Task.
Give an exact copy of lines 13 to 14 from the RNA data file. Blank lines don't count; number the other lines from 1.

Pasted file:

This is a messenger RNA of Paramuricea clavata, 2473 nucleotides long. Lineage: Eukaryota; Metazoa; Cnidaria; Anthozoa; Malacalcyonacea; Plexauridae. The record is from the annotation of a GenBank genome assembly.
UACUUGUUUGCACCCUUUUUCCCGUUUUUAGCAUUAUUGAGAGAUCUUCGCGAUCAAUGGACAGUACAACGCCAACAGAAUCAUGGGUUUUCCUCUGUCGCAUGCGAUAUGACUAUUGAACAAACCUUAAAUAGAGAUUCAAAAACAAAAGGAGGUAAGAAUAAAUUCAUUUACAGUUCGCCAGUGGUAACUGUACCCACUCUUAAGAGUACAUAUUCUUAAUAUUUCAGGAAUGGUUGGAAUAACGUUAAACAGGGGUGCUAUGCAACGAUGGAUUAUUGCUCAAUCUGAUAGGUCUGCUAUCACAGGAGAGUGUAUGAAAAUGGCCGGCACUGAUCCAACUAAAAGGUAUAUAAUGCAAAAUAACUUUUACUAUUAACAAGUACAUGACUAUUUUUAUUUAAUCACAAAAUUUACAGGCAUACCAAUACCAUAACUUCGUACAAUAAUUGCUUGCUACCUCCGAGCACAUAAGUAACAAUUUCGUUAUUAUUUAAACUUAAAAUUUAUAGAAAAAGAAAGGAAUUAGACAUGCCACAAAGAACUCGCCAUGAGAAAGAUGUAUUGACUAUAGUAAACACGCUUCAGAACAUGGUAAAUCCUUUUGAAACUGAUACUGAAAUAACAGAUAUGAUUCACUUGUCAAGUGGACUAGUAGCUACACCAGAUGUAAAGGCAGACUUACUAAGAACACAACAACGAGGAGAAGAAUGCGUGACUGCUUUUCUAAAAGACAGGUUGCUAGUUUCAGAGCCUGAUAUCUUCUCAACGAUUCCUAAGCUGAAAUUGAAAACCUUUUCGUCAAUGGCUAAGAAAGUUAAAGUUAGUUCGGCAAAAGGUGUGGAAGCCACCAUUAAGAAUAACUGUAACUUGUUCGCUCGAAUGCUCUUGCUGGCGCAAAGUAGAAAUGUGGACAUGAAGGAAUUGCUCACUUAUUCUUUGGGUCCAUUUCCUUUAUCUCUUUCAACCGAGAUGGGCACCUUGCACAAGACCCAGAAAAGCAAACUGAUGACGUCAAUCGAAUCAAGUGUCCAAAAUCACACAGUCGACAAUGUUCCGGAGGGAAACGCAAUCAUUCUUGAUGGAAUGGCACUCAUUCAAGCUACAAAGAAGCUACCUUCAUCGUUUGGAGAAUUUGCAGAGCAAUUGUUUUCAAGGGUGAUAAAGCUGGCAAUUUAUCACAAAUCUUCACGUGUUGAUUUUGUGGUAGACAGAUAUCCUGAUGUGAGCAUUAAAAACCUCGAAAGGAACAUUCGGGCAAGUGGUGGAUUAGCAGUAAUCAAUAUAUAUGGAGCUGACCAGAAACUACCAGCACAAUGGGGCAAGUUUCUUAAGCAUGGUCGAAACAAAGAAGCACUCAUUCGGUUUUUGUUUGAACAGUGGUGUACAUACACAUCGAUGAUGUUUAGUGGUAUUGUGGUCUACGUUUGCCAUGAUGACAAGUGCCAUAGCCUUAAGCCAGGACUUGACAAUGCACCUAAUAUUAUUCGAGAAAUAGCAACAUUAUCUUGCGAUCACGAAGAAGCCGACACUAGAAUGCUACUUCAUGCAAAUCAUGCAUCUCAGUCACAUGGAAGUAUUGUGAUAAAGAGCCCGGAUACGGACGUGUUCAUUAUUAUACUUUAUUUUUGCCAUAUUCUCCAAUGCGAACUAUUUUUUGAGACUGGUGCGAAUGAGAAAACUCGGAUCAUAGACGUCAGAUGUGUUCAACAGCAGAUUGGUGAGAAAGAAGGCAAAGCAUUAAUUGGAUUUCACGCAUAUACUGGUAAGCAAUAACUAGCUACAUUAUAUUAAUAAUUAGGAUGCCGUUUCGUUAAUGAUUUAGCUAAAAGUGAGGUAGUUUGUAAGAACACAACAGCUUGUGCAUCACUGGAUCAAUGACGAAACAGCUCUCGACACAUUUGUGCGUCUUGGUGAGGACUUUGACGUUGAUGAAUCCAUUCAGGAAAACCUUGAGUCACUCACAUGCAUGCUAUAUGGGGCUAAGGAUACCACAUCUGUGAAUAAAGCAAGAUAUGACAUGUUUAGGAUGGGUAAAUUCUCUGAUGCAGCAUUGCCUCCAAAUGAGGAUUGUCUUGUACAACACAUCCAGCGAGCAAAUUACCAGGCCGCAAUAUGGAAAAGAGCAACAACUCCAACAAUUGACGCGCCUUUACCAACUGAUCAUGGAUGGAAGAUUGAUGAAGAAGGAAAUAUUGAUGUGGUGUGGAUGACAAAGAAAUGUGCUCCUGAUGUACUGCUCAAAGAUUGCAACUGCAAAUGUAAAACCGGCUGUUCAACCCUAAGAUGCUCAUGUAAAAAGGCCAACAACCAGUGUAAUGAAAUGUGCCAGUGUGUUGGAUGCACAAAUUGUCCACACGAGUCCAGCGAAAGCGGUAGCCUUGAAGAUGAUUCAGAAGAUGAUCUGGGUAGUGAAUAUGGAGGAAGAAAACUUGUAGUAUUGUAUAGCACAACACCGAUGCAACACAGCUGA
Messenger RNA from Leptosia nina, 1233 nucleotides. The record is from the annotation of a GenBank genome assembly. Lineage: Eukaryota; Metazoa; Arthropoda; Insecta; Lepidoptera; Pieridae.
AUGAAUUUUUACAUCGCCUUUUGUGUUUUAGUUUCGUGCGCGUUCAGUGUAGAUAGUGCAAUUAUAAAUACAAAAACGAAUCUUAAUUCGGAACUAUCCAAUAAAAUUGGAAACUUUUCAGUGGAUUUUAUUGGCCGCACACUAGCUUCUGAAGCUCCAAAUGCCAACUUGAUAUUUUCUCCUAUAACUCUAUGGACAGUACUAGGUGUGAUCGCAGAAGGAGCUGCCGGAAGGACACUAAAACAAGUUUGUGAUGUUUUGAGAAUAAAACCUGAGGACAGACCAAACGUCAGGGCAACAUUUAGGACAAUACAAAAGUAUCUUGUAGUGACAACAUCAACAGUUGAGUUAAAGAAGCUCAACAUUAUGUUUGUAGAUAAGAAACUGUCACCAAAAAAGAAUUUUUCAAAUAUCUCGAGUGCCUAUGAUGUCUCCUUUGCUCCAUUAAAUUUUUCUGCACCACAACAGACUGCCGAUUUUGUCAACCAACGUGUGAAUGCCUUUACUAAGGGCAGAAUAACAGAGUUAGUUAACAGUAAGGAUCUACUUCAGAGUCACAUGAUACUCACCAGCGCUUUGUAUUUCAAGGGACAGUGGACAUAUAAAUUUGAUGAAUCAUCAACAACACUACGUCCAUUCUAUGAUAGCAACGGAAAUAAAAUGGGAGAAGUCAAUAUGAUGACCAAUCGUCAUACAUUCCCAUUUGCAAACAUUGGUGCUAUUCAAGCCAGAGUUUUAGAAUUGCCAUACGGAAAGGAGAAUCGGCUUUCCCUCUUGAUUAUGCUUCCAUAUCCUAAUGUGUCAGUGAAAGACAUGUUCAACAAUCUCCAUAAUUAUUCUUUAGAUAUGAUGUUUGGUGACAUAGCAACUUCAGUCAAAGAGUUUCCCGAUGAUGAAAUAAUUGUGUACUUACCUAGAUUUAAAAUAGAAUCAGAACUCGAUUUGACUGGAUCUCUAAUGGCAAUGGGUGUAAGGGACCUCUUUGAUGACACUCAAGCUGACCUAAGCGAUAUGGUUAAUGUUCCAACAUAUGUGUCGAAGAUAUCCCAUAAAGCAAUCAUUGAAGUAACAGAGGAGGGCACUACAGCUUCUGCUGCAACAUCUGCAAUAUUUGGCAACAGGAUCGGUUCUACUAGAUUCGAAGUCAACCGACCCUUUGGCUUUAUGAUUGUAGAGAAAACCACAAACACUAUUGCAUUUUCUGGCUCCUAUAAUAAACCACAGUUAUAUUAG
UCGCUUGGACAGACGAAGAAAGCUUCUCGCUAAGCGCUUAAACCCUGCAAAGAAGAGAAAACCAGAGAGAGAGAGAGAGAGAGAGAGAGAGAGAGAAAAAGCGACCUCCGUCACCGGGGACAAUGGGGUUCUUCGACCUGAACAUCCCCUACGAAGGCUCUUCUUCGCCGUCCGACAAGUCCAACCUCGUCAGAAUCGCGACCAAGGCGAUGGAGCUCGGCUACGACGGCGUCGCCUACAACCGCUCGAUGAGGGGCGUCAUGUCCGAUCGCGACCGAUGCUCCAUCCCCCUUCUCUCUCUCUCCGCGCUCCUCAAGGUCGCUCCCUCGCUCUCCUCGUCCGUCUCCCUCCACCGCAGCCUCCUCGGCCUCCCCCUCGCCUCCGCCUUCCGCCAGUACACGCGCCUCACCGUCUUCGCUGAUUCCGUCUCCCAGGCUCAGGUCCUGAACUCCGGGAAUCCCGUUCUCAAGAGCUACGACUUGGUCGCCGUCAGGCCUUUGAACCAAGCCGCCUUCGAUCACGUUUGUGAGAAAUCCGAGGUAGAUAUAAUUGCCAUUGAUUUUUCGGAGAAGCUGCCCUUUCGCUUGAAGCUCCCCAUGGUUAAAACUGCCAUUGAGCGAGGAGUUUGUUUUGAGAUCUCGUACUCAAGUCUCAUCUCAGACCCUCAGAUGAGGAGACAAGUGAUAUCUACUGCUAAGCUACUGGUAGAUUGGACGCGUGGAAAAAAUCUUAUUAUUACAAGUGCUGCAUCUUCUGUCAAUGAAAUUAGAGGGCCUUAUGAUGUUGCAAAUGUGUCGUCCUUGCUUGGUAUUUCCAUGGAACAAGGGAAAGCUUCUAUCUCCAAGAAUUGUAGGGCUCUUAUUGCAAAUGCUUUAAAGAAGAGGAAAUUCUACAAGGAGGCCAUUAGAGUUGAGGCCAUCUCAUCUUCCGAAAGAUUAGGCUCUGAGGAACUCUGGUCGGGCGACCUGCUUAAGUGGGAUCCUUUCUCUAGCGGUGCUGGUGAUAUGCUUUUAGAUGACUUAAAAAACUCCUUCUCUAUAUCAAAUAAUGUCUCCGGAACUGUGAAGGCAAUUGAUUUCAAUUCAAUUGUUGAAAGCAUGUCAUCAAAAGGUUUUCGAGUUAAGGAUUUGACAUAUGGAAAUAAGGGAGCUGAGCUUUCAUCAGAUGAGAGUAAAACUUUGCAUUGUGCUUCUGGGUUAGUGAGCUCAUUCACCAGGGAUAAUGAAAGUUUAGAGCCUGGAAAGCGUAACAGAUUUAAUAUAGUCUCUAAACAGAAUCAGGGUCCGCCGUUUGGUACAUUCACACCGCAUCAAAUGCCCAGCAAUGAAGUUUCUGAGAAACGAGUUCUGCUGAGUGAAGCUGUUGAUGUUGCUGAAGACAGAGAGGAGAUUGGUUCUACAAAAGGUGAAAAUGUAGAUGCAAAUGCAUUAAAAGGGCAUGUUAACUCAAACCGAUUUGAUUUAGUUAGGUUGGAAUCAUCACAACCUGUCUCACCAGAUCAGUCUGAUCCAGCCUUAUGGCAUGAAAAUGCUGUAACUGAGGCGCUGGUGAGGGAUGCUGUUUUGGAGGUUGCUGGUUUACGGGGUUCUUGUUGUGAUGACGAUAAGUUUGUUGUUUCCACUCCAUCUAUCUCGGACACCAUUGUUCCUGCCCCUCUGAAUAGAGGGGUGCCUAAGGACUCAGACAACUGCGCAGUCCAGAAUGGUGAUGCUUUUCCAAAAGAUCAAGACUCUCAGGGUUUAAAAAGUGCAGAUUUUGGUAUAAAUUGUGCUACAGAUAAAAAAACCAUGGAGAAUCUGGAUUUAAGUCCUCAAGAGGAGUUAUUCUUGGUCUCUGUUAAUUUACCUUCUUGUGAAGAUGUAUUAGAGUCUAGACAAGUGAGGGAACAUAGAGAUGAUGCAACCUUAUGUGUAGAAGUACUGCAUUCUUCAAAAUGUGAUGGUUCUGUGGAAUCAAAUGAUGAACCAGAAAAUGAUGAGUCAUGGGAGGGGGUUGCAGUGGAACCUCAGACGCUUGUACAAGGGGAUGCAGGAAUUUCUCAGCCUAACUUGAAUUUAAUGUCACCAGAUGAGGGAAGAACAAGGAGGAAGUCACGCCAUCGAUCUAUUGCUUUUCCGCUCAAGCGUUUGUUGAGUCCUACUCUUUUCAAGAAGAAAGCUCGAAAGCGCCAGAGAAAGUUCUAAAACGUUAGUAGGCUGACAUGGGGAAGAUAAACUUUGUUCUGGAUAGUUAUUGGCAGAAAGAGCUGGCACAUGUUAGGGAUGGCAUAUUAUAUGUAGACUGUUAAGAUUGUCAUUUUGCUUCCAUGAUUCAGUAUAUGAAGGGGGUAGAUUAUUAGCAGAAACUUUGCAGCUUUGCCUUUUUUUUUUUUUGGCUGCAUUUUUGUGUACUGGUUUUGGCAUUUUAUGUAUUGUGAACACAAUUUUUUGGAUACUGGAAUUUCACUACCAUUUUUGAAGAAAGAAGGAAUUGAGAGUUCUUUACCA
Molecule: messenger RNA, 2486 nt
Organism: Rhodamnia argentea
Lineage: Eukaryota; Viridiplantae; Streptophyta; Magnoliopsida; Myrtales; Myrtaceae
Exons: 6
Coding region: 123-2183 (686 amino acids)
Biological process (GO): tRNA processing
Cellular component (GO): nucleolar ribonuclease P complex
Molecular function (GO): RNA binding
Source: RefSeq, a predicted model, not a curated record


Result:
Molecular function (GO): RNA binding
Source: RefSeq, a predicted model, not a curated record